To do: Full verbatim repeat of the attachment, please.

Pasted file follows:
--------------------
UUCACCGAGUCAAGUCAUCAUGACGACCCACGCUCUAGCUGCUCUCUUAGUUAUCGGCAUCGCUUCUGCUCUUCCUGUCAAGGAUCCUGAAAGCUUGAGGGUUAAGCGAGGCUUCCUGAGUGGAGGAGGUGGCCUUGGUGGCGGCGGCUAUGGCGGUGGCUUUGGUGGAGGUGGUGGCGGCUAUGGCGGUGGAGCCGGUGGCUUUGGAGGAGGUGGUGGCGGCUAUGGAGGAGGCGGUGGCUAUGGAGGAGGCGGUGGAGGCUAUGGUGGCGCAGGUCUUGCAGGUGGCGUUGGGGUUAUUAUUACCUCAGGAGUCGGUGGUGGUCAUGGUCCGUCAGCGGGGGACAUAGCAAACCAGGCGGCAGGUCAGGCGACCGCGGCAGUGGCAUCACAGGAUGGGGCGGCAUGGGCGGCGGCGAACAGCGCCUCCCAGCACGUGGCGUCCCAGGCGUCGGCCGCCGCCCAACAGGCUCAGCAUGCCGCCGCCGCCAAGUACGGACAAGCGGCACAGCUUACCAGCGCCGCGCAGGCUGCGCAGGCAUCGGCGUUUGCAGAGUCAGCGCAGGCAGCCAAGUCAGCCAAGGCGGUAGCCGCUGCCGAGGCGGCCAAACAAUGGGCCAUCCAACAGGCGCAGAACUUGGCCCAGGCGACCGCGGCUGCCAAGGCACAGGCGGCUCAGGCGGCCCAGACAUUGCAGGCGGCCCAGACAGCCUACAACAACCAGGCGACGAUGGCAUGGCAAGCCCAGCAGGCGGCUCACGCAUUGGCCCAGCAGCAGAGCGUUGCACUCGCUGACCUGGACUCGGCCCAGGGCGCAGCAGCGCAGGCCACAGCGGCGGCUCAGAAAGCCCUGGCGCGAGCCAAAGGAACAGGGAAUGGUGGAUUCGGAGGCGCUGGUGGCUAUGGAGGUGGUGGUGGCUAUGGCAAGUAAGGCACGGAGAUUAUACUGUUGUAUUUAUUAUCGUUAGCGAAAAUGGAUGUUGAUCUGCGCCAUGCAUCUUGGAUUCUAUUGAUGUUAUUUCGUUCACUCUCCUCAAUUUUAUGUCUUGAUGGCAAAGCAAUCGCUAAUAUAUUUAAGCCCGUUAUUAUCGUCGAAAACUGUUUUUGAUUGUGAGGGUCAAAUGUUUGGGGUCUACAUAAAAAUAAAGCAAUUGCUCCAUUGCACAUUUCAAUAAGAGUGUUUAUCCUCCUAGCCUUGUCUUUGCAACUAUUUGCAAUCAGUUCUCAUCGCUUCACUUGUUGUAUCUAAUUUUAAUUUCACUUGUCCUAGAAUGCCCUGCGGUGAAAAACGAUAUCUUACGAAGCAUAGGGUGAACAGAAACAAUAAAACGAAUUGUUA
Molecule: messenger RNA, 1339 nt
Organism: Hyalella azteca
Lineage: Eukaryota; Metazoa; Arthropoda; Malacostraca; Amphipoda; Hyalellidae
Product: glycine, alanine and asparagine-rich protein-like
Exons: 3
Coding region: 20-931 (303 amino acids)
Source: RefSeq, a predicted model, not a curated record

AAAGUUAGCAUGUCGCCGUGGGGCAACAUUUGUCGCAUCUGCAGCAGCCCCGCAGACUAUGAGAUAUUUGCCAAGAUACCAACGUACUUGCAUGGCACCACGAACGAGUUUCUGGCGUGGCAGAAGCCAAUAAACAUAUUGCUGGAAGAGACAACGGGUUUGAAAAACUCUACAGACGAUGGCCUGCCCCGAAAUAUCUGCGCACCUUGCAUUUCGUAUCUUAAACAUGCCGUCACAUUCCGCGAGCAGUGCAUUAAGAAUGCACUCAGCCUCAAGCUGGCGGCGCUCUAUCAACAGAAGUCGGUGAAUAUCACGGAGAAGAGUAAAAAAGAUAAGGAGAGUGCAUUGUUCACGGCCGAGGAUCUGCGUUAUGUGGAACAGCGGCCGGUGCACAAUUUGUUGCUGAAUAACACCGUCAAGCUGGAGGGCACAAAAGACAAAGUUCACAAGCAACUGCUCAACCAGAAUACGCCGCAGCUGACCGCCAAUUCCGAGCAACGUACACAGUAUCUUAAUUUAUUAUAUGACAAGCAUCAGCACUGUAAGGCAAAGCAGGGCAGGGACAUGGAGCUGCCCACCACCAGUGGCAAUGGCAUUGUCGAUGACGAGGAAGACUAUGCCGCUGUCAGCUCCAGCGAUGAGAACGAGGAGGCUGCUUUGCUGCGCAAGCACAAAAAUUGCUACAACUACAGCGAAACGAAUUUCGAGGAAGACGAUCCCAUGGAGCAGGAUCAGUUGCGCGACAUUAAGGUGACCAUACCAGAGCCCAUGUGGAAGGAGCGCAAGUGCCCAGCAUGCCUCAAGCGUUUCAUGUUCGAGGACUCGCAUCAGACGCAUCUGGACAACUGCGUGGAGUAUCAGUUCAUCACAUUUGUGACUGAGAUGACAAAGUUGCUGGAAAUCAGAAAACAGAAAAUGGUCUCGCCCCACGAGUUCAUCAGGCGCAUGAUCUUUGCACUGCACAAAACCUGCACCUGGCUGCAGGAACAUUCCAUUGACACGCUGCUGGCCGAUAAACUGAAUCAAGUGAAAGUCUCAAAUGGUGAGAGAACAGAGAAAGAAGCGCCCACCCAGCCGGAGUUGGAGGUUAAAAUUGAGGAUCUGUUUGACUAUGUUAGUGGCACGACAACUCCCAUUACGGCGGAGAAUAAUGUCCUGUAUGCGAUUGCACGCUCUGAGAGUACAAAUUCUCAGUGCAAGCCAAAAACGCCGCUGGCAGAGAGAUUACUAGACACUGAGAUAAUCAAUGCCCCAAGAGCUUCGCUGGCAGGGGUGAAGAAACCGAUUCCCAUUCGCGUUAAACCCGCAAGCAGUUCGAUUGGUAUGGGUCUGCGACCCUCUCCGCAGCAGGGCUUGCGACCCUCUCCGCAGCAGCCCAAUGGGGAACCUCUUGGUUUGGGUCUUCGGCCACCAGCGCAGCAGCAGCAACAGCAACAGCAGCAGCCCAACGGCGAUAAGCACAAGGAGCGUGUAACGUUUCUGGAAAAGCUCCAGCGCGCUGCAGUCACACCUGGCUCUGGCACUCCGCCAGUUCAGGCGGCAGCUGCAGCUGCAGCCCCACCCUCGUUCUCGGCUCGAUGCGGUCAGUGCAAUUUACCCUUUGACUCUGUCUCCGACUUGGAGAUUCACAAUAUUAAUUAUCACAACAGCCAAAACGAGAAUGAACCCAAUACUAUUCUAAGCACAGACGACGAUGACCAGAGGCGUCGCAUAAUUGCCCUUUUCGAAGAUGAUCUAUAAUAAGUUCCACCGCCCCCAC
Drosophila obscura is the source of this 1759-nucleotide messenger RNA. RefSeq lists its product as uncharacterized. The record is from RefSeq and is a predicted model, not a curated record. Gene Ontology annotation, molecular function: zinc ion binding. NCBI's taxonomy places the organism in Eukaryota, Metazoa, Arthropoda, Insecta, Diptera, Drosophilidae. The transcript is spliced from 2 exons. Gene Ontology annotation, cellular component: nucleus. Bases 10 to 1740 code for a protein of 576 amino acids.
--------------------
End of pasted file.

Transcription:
UUCACCGAGUCAAGUCAUCAUGACGACCCACGCUCUAGCUGCUCUCUUAGUUAUCGGCAUCGCUUCUGCUCUUCCUGUCAAGGAUCCUGAAAGCUUGAGGGUUAAGCGAGGCUUCCUGAGUGGAGGAGGUGGCCUUGGUGGCGGCGGCUAUGGCGGUGGCUUUGGUGGAGGUGGUGGCGGCUAUGGCGGUGGAGCCGGUGGCUUUGGAGGAGGUGGUGGCGGCUAUGGAGGAGGCGGUGGCUAUGGAGGAGGCGGUGGAGGCUAUGGUGGCGCAGGUCUUGCAGGUGGCGUUGGGGUUAUUAUUACCUCAGGAGUCGGUGGUGGUCAUGGUCCGUCAGCGGGGGACAUAGCAAACCAGGCGGCAGGUCAGGCGACCGCGGCAGUGGCAUCACAGGAUGGGGCGGCAUGGGCGGCGGCGAACAGCGCCUCCCAGCACGUGGCGUCCCAGGCGUCGGCCGCCGCCCAACAGGCUCAGCAUGCCGCCGCCGCCAAGUACGGACAAGCGGCACAGCUUACCAGCGCCGCGCAGGCUGCGCAGGCAUCGGCGUUUGCAGAGUCAGCGCAGGCAGCCAAGUCAGCCAAGGCGGUAGCCGCUGCCGAGGCGGCCAAACAAUGGGCCAUCCAACAGGCGCAGAACUUGGCCCAGGCGACCGCGGCUGCCAAGGCACAGGCGGCUCAGGCGGCCCAGACAUUGCAGGCGGCCCAGACAGCCUACAACAACCAGGCGACGAUGGCAUGGCAAGCCCAGCAGGCGGCUCACGCAUUGGCCCAGCAGCAGAGCGUUGCACUCGCUGACCUGGACUCGGCCCAGGGCGCAGCAGCGCAGGCCACAGCGGCGGCUCAGAAAGCCCUGGCGCGAGCCAAAGGAACAGGGAAUGGUGGAUUCGGAGGCGCUGGUGGCUAUGGAGGUGGUGGUGGCUAUGGCAAGUAAGGCACGGAGAUUAUACUGUUGUAUUUAUUAUCGUUAGCGAAAAUGGAUGUUGAUCUGCGCCAUGCAUCUUGGAUUCUAUUGAUGUUAUUUCGUUCACUCUCCUCAAUUUUAUGUCUUGAUGGCAAAGCAAUCGCUAAUAUAUUUAAGCCCGUUAUUAUCGUCGAAAACUGUUUUUGAUUGUGAGGGUCAAAUGUUUGGGGUCUACAUAAAAAUAAAGCAAUUGCUCCAUUGCACAUUUCAAUAAGAGUGUUUAUCCUCCUAGCCUUGUCUUUGCAACUAUUUGCAAUCAGUUCUCAUCGCUUCACUUGUUGUAUCUAAUUUUAAUUUCACUUGUCCUAGAAUGCCCUGCGGUGAAAAACGAUAUCUUACGAAGCAUAGGGUGAACAGAAACAAUAAAACGAAUUGUUA
Molecule: messenger RNA, 1339 nt
Organism: Hyalella azteca
Lineage: Eukaryota; Metazoa; Arthropoda; Malacostraca; Amphipoda; Hyalellidae
Product: glycine, alanine and asparagine-rich protein-like
Exons: 3
Coding region: 20-931 (303 amino acids)
Source: RefSeq, a predicted model, not a curated record

AAAGUUAGCAUGUCGCCGUGGGGCAACAUUUGUCGCAUCUGCAGCAGCCCCGCAGACUAUGAGAUAUUUGCCAAGAUACCAACGUACUUGCAUGGCACCACGAACGAGUUUCUGGCGUGGCAGAAGCCAAUAAACAUAUUGCUGGAAGAGACAACGGGUUUGAAAAACUCUACAGACGAUGGCCUGCCCCGAAAUAUCUGCGCACCUUGCAUUUCGUAUCUUAAACAUGCCGUCACAUUCCGCGAGCAGUGCAUUAAGAAUGCACUCAGCCUCAAGCUGGCGGCGCUCUAUCAACAGAAGUCGGUGAAUAUCACGGAGAAGAGUAAAAAAGAUAAGGAGAGUGCAUUGUUCACGGCCGAGGAUCUGCGUUAUGUGGAACAGCGGCCGGUGCACAAUUUGUUGCUGAAUAACACCGUCAAGCUGGAGGGCACAAAAGACAAAGUUCACAAGCAACUGCUCAACCAGAAUACGCCGCAGCUGACCGCCAAUUCCGAGCAACGUACACAGUAUCUUAAUUUAUUAUAUGACAAGCAUCAGCACUGUAAGGCAAAGCAGGGCAGGGACAUGGAGCUGCCCACCACCAGUGGCAAUGGCAUUGUCGAUGACGAGGAAGACUAUGCCGCUGUCAGCUCCAGCGAUGAGAACGAGGAGGCUGCUUUGCUGCGCAAGCACAAAAAUUGCUACAACUACAGCGAAACGAAUUUCGAGGAAGACGAUCCCAUGGAGCAGGAUCAGUUGCGCGACAUUAAGGUGACCAUACCAGAGCCCAUGUGGAAGGAGCGCAAGUGCCCAGCAUGCCUCAAGCGUUUCAUGUUCGAGGACUCGCAUCAGACGCAUCUGGACAACUGCGUGGAGUAUCAGUUCAUCACAUUUGUGACUGAGAUGACAAAGUUGCUGGAAAUCAGAAAACAGAAAAUGGUCUCGCCCCACGAGUUCAUCAGGCGCAUGAUCUUUGCACUGCACAAAACCUGCACCUGGCUGCAGGAACAUUCCAUUGACACGCUGCUGGCCGAUAAACUGAAUCAAGUGAAAGUCUCAAAUGGUGAGAGAACAGAGAAAGAAGCGCCCACCCAGCCGGAGUUGGAGGUUAAAAUUGAGGAUCUGUUUGACUAUGUUAGUGGCACGACAACUCCCAUUACGGCGGAGAAUAAUGUCCUGUAUGCGAUUGCACGCUCUGAGAGUACAAAUUCUCAGUGCAAGCCAAAAACGCCGCUGGCAGAGAGAUUACUAGACACUGAGAUAAUCAAUGCCCCAAGAGCUUCGCUGGCAGGGGUGAAGAAACCGAUUCCCAUUCGCGUUAAACCCGCAAGCAGUUCGAUUGGUAUGGGUCUGCGACCCUCUCCGCAGCAGGGCUUGCGACCCUCUCCGCAGCAGCCCAAUGGGGAACCUCUUGGUUUGGGUCUUCGGCCACCAGCGCAGCAGCAGCAACAGCAACAGCAGCAGCCCAACGGCGAUAAGCACAAGGAGCGUGUAACGUUUCUGGAAAAGCUCCAGCGCGCUGCAGUCACACCUGGCUCUGGCACUCCGCCAGUUCAGGCGGCAGCUGCAGCUGCAGCCCCACCCUCGUUCUCGGCUCGAUGCGGUCAGUGCAAUUUACCCUUUGACUCUGUCUCCGACUUGGAGAUUCACAAUAUUAAUUAUCACAACAGCCAAAACGAGAAUGAACCCAAUACUAUUCUAAGCACAGACGACGAUGACCAGAGGCGUCGCAUAAUUGCCCUUUUCGAAGAUGAUCUAUAAUAAGUUCCACCGCCCCCAC
Drosophila obscura is the source of this 1759-nucleotide messenger RNA. RefSeq lists its product as uncharacterized. The record is from RefSeq and is a predicted model, not a curated record. Gene Ontology annotation, molecular function: zinc ion binding. NCBI's taxonomy places the organism in Eukaryota, Metazoa, Arthropoda, Insecta, Diptera, Drosophilidae. The transcript is spliced from 2 exons. Gene Ontology annotation, cellular component: nucleus. Bases 10 to 1740 code for a protein of 576 amino acids.